The Corner

Obamacare’s Latest Broken Promise: It’s Raising Taxes on the Middle Class

When the president said in his first inaugural address that middle-income Americans “will not see your taxes increased a single dime,” most still believed in his supreme powers to solve the nation’s toughest problems, including health reform, that had so thwarted his predecessors.

We now know that the total hit to the U.S. economy from Obamacare will be more than $1 trillion over the next decade, nearly double the $569 billion that Congress’ Joint Committee on Taxation estimated for its first ten years when the law passed in 2010.

This broken promise has received little attention, but it is the one that likely impacts the greatest number of Americans. 

I write at Investor’s Business Daily about the long list of taxes in the health overhaul law that do hit middle-income Americans: The first wave of new income taxes on saving and investment hits higher-income earners ($200,000 or more) hardest, but working Americans already are paying an avalanche of new Obamacare taxes.

For example, the law caps at $2,500 a year the amount of income that employees can put tax-free into their Flexible Spending Accounts for health-care savings. Thousands of families with special-needs children and many others with predictably large health costs will have to pay expenses above the cap with after-tax dollars. 

People with high medical bills also face a new limit on what they can deduct for medical expenses – a threshold of 10 percent of their adjusted gross income instead of the previous 7.5 percent trigger. Together, these two taxes will raise about $43 billion over 10 years.

Obamacare also imposes a new sales tax on health insurance companies, which is already increasing health-insurance premiums. The Joint Committee on Taxation estimates that the health-insurance tax will exceed $100 billion over the next 10 years. Virtually all of that tax will be passed along to consumers in the form of higher health-insurance premiums.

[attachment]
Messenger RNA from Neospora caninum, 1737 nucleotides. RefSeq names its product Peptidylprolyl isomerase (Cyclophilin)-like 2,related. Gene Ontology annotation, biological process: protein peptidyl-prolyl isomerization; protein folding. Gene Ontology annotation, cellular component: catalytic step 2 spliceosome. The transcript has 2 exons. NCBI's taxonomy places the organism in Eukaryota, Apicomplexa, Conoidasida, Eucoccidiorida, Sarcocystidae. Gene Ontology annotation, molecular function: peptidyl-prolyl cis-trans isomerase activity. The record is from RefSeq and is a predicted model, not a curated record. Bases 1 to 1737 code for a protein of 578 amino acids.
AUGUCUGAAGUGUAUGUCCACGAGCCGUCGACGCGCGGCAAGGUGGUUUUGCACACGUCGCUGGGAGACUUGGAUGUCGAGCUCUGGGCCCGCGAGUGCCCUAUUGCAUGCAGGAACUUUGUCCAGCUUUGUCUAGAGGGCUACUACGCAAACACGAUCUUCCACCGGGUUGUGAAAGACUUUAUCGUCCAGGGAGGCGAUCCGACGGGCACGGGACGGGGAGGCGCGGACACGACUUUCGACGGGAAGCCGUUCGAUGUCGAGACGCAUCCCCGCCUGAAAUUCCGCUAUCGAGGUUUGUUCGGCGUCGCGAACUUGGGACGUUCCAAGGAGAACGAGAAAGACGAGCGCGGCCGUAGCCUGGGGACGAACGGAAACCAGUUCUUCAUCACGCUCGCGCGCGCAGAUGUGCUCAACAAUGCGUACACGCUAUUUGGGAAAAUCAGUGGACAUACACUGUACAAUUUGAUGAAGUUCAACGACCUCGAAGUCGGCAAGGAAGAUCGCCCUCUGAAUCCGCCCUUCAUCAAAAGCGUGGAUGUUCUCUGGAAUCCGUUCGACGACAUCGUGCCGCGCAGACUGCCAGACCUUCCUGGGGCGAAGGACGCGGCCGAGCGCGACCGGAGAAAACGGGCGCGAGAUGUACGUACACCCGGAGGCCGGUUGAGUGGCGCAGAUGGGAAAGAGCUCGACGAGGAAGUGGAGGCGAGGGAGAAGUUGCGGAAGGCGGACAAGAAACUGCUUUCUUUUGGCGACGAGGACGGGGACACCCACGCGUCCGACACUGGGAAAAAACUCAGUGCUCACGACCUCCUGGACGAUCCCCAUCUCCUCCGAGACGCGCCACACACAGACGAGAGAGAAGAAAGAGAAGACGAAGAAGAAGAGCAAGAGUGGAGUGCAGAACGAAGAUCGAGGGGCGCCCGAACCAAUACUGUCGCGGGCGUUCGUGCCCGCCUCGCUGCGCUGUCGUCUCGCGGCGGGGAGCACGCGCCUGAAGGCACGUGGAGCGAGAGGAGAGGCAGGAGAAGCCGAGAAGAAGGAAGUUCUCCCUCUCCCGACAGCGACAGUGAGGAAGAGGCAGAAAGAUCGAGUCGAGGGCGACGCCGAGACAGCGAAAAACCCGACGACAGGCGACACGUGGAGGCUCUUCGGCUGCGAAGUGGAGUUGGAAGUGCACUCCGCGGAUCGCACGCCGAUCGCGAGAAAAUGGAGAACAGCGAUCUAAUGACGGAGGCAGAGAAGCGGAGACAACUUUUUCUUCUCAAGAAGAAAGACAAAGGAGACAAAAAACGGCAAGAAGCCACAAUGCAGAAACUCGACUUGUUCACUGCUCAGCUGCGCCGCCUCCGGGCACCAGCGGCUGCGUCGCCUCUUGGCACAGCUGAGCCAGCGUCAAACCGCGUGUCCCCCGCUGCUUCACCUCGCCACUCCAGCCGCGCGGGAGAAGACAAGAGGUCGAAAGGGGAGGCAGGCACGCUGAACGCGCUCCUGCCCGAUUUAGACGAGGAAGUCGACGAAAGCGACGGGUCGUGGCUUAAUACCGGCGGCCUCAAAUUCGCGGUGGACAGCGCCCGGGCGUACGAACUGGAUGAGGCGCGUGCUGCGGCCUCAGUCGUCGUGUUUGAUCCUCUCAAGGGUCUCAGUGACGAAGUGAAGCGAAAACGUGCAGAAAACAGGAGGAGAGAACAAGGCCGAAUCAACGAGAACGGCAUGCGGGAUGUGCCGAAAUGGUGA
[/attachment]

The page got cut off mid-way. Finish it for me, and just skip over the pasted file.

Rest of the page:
Obamacare also has a “transitional reinsurance tax” that amounts to a $63 a year fee on every person with private health insurance, designed to raise $25 billion. Labor unions have been particularly incensed about this tax because they run their own health plans, while the proceeds of the fee go to compensate health insurers for high-risk patients in the Obamacare health-insurance exchanges.

An early Obamacare tax is already hitting innovator drug companies, collecting $34 billion from the pharmaceutical industry over ten years. This tax burdens middle-income consumers with higher prices and, equally important, has already reduced investment in research for new medicines.

A tax on medical-device manufacturers took effect last year, siphoning $29 billion from creators of surgical instruments, artificial joints, and even routine medical devices. The 2.3 percent excise tax is imposed on revenues, which means it’s paid by companies whether or not they have any profit. Many companies say that this tax is reducing significantly their investment in research for the next generation of medical devices.

There are other taxes in the law that hit middle-income Americans, including the tanning-salon tax, the smokers’ tax, and, soon, the Cadillac tax on expensive health plans.

Not only do the taxes break a clear promise that the president made to win support for his plan, but they are sapping resources from our economy as it still struggles to recover. It’s time to take a serious look at the many alternatives being offered by Republicans.


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